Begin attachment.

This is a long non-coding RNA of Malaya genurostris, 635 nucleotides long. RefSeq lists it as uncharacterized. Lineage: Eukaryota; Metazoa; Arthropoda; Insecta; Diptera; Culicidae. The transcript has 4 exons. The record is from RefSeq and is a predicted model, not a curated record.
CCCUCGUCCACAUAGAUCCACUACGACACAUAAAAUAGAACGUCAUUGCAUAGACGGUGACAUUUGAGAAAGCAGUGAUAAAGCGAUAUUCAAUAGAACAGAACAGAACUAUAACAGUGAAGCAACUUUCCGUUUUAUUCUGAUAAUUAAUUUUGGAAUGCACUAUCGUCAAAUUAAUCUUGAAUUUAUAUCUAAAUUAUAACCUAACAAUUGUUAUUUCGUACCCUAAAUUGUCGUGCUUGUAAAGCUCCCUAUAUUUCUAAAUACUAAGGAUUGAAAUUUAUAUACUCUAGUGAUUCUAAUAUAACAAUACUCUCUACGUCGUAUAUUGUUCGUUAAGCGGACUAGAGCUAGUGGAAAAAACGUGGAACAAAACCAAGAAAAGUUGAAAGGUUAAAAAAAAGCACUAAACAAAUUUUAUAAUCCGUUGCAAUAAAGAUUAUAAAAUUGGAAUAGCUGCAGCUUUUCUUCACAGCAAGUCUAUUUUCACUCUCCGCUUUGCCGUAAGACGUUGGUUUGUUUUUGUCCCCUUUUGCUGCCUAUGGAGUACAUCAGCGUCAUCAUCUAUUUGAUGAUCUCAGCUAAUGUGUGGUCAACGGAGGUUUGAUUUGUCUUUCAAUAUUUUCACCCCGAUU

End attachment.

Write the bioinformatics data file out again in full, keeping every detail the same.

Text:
This is a long non-coding RNA of Malaya genurostris, 635 nucleotides long. RefSeq lists it as uncharacterized. Lineage: Eukaryota; Metazoa; Arthropoda; Insecta; Diptera; Culicidae. The transcript has 4 exons. The record is from RefSeq and is a predicted model, not a curated record.
CCCUCGUCCACAUAGAUCCACUACGACACAUAAAAUAGAACGUCAUUGCAUAGACGGUGACAUUUGAGAAAGCAGUGAUAAAGCGAUAUUCAAUAGAACAGAACAGAACUAUAACAGUGAAGCAACUUUCCGUUUUAUUCUGAUAAUUAAUUUUGGAAUGCACUAUCGUCAAAUUAAUCUUGAAUUUAUAUCUAAAUUAUAACCUAACAAUUGUUAUUUCGUACCCUAAAUUGUCGUGCUUGUAAAGCUCCCUAUAUUUCUAAAUACUAAGGAUUGAAAUUUAUAUACUCUAGUGAUUCUAAUAUAACAAUACUCUCUACGUCGUAUAUUGUUCGUUAAGCGGACUAGAGCUAGUGGAAAAAACGUGGAACAAAACCAAGAAAAGUUGAAAGGUUAAAAAAAAGCACUAAACAAAUUUUAUAAUCCGUUGCAAUAAAGAUUAUAAAAUUGGAAUAGCUGCAGCUUUUCUUCACAGCAAGUCUAUUUUCACUCUCCGCUUUGCCGUAAGACGUUGGUUUGUUUUUGUCCCCUUUUGCUGCCUAUGGAGUACAUCAGCGUCAUCAUCUAUUUGAUGAUCUCAGCUAAUGUGUGGUCAACGGAGGUUUGAUUUGUCUUUCAAUAUUUUCACCCCGAUU